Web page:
Over the past several weeks, Alberta — and a couple of its cities — has taken steps to try to loosen its laws around drinking in public places.
Earlier this spring, Alberta Premier Jason Kenney eased some restrictions by allowing drinking in all provincial campgrounds over the May long weekend.
Just a few weeks ago, the Edmonton Youth Council made a push at city council, nudging the city to consider allowing alcohol in city parks.
And in Calgary, community engagement was underway to determine the public interest in allowing drinking at picnic sites in city parks.
Ultimately, the pilot project was was shelved until next summer. The city said the decision to postpone the project was to buy time to discuss concerns over drunken behaviour, as well as drinking and driving.
Public drinking in Canada
Canadian liquor laws are constructed provincially. In Canada, with the exception of Quebec, possession of open containers of alcohol in public is generally against provincial laws and municipal bylaws.
For the most part, open liquor is not permitted except in private residences or on licensed premises.
As Alberta makes moves to ease its public liquor laws, we thought we’d take a look at how our province compares to others across Canada.
Here’s a breakdown:
In B.C., consuming alcohol or being in possession of an open liquor container in public is prohibited. However, there are some exceptions when a permit is issued.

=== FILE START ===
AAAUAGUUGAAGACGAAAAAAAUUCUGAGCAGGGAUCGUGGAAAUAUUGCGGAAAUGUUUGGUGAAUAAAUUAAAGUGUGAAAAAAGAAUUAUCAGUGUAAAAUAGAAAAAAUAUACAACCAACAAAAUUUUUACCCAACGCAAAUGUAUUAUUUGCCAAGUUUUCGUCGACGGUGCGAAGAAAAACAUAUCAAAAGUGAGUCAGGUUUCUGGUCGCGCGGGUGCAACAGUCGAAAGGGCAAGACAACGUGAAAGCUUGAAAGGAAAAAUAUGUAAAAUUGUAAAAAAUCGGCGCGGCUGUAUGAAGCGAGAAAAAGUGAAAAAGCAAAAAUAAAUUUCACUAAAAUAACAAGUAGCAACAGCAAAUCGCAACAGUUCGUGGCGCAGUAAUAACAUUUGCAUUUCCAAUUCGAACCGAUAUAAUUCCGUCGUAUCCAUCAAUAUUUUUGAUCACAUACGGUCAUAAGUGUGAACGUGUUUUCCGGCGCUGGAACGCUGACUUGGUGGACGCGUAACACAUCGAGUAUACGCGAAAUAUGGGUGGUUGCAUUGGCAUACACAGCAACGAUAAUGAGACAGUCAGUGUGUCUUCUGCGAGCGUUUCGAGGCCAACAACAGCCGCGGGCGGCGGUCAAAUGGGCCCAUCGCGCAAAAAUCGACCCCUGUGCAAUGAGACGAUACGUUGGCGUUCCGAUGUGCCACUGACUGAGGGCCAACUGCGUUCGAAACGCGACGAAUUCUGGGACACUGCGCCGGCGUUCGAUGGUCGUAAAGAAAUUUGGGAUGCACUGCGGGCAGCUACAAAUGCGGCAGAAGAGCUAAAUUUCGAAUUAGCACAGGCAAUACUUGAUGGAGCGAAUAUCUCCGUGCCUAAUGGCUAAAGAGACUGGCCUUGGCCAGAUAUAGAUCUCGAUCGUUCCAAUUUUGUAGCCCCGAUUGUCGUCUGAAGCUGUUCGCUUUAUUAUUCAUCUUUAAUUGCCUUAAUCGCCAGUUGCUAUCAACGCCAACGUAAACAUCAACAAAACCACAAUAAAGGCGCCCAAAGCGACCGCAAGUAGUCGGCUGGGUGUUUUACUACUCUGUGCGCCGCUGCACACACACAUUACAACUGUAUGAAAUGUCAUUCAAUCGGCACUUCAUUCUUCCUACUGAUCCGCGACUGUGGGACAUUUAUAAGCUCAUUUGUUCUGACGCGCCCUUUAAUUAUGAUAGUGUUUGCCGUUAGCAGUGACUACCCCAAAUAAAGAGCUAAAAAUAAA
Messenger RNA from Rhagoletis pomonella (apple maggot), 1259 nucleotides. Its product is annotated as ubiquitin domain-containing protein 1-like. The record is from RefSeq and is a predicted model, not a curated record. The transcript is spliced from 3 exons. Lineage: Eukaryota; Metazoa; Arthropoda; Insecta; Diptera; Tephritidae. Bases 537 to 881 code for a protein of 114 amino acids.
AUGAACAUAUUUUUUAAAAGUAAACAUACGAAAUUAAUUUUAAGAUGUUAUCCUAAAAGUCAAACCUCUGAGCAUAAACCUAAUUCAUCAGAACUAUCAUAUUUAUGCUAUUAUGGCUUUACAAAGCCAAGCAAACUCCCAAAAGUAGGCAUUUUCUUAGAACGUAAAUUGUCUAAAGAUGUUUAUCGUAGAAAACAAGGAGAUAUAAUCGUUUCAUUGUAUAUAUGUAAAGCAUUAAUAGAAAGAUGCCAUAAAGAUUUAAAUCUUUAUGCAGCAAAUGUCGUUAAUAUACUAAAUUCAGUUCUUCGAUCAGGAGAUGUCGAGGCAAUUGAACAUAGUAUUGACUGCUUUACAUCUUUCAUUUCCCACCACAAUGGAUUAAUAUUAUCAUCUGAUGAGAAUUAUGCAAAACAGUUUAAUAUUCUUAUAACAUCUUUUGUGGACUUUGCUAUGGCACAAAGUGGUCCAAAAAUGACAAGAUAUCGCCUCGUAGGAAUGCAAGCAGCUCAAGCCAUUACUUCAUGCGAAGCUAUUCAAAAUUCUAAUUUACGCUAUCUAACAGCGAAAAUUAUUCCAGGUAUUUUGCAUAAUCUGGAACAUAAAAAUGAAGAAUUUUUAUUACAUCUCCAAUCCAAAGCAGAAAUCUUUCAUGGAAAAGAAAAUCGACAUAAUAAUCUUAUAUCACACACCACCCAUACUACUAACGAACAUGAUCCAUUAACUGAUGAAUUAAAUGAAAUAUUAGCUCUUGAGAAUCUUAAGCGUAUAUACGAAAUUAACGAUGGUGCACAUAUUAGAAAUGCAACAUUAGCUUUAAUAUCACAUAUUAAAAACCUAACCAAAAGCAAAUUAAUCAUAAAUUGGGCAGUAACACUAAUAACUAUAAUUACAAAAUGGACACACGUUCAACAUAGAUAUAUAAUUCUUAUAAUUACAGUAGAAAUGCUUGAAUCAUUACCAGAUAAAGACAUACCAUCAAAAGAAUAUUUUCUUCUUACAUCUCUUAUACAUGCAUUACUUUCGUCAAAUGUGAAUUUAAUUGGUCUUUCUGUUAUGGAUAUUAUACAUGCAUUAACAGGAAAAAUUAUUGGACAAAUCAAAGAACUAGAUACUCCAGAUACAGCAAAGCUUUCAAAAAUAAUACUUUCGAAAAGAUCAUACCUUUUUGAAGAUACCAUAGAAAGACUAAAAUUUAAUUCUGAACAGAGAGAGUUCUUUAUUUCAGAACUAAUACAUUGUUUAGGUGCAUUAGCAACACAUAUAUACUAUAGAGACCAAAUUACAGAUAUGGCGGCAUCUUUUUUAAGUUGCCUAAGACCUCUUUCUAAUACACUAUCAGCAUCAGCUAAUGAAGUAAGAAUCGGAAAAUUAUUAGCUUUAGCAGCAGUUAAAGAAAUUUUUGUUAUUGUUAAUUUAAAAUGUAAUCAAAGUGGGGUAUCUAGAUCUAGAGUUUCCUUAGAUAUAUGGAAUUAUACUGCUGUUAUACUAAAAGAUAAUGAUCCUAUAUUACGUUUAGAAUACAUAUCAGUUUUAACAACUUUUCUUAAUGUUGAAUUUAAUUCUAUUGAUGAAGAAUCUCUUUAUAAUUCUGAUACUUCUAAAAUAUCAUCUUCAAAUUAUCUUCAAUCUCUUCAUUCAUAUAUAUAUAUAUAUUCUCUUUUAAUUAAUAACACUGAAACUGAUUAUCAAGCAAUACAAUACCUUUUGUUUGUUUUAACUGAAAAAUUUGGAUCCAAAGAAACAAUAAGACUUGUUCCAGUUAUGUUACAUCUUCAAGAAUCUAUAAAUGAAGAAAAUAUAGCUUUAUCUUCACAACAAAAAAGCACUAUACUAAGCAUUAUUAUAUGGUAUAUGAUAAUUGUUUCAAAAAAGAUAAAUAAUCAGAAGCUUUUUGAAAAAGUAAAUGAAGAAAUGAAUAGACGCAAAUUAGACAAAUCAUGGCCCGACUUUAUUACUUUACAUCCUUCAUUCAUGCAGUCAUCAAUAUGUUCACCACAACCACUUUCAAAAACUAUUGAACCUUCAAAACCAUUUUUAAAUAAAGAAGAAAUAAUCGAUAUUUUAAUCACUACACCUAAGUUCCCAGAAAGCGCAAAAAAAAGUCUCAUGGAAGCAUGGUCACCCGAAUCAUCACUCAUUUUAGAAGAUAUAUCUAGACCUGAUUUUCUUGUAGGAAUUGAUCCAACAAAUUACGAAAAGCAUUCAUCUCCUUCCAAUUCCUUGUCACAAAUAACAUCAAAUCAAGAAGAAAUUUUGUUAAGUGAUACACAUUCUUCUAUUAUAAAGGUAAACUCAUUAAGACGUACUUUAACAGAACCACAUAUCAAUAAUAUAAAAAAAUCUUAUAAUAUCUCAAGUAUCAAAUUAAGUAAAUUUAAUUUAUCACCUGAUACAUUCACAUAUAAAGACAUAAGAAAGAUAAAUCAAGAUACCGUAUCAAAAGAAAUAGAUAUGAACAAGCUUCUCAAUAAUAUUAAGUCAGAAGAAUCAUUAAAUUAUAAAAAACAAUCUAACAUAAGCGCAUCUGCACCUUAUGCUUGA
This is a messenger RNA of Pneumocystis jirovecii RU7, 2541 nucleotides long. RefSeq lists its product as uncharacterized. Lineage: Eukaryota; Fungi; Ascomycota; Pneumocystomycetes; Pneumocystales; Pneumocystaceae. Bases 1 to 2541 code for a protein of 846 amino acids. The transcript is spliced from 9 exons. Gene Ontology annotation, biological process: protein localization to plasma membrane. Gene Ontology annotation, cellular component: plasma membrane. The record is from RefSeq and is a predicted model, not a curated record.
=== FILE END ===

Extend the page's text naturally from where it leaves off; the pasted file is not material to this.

The legal drinking age in B.C. is 19.
The fine in B.C. for consuming or possessing open liquor in a public place is $230. The fine for being intoxicated in public is $115.
Here in Alberta, the laws are very similar to our western counterparts, although drinking at picnic benches is OK when appropriate signage is in place. There is also some leeway for municipalities to allow for public drinking on city-owned properties like parks.
LISTEN: City of Calgary parks planner Laura Smith joins The Morning News to explain why Calgary is delaying allowing drinking in city parks
Drinking at public events is allowed, providing the proper licences are in place. And drinking isn’t always restricted to just beer gardens.
The legal drinking age in Alberta is 18.
The fine in Alberta for consuming alcohol in public where it’s not permitted is $115. The fine is the same for being intoxicated in public.
Watch below: Premier Kenney drops ‘prohibition-era’ liquor restrictions ahead of May long weekend
Saskatchewan also has similar rules. Drinking in public is prohibited unless a permit has been issued. When it comes to Saskatchewan campgrounds, people over the age of 19 are permitted to drink within their campsite.
The legal drinking age in Saskatchewan is 19.
The fine in Saskatchewan for being intoxicated in public ranges from no less than $10 to no more than $100.
The public drinking rules in Manitoba are on par with other provinces in Canada. One of the more interesting exceptions is that a person may possess and consume liquor in a washroom that is within or adjacent to a premises where a licence or permit has been issued.
The legal drinking age in Manitoba is 18.
Manitoba has the heftiest fine in Canada for people caught with open liquor in a public place at a whopping $672.
In Ontario, consuming alcohol is prohibited unless you’re in a residence or a place where a licence has been issued. There are some other exceptions under provincial regulations.